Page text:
Reclamation Example: From a Tailings Pond to a Trout Pond

December 01, 2016

Highland Valley Copper near Logan Lake, British Columbia
Type: Copper mine
Active: 1962–today
Status: Progressive reclamation of former mining areas during ongoing mining activity

Trojan Pond at our Highland Valley Copper Operations near Kamloops, B.C. was once a working tailings pond. Through the work of our environmental officers and aquatic biologists, it has been reclaimed into a naturally functioning, self-sustaining lake ecosystem, complete with healthy populations of fish. 

The process of transforming Trojan Pond into a functioning ecosystem began at the very bottom of the food chain. First, phosphorus and nitrogen were added to the pond to balance out the nutrients already present and get the base of the food chain started. Then, we introduced bacteria, which are a key component of ecosystems. Once the bacteria were established, we introduced algae to the mix. Algae help create a healthy habitat for fish by removing much of the metals present in the water.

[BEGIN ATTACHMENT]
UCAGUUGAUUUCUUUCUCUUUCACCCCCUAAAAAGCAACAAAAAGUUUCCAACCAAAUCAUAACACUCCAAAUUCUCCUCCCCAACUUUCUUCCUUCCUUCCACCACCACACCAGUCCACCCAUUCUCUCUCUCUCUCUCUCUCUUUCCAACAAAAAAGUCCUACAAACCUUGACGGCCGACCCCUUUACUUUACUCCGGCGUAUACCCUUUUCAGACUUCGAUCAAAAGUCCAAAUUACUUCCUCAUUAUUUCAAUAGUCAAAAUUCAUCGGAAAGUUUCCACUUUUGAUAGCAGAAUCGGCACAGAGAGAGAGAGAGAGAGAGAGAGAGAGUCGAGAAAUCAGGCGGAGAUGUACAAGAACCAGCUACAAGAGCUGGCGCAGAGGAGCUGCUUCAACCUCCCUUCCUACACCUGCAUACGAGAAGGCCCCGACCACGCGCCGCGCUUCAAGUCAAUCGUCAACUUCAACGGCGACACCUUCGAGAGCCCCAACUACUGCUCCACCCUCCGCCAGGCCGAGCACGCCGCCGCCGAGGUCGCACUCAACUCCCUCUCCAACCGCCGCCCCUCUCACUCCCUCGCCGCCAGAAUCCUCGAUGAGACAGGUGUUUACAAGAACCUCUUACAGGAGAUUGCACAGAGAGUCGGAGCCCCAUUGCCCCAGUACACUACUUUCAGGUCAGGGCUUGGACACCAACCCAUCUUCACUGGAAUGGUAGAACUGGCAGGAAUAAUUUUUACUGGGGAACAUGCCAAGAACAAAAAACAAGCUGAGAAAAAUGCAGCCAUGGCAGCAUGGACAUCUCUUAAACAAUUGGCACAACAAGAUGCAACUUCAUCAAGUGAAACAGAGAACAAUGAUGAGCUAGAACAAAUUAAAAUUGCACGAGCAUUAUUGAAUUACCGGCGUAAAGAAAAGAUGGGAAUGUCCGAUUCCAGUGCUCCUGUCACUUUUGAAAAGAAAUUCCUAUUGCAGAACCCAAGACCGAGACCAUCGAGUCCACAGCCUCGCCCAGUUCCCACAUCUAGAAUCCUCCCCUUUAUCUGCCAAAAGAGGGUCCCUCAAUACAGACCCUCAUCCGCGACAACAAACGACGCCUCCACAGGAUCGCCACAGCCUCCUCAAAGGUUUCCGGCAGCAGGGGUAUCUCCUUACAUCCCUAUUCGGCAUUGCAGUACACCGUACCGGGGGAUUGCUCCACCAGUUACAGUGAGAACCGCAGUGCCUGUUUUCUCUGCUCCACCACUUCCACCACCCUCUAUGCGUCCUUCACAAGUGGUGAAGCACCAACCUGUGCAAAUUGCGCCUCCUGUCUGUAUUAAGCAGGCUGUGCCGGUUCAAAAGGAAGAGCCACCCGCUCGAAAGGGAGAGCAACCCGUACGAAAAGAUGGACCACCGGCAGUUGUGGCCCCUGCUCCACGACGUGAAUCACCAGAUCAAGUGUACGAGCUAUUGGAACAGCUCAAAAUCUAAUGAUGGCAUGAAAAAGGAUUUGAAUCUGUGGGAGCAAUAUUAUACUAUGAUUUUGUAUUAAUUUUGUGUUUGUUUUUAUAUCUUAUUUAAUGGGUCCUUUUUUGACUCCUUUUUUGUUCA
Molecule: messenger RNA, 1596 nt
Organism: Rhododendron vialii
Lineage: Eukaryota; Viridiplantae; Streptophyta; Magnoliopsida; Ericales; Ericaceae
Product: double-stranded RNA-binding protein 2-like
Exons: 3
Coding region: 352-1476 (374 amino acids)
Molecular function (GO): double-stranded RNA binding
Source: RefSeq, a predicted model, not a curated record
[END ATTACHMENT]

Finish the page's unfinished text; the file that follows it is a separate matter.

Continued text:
Zooplankton, tiny organisms that eat algae, are also introduced. Once a population of zooplankton was established, we began to introduce fish. 

Trojan Pond has now been self-sustaining for 20 years and serves an important role both in ongoing research on tailings pond reclamation techniques and as a recreational area for the community. Highland Valley Copper hosts multiple fishing derbies at Trojan Pond each year, with funds raised going to support charities in the region.


First Published on December 01, 2016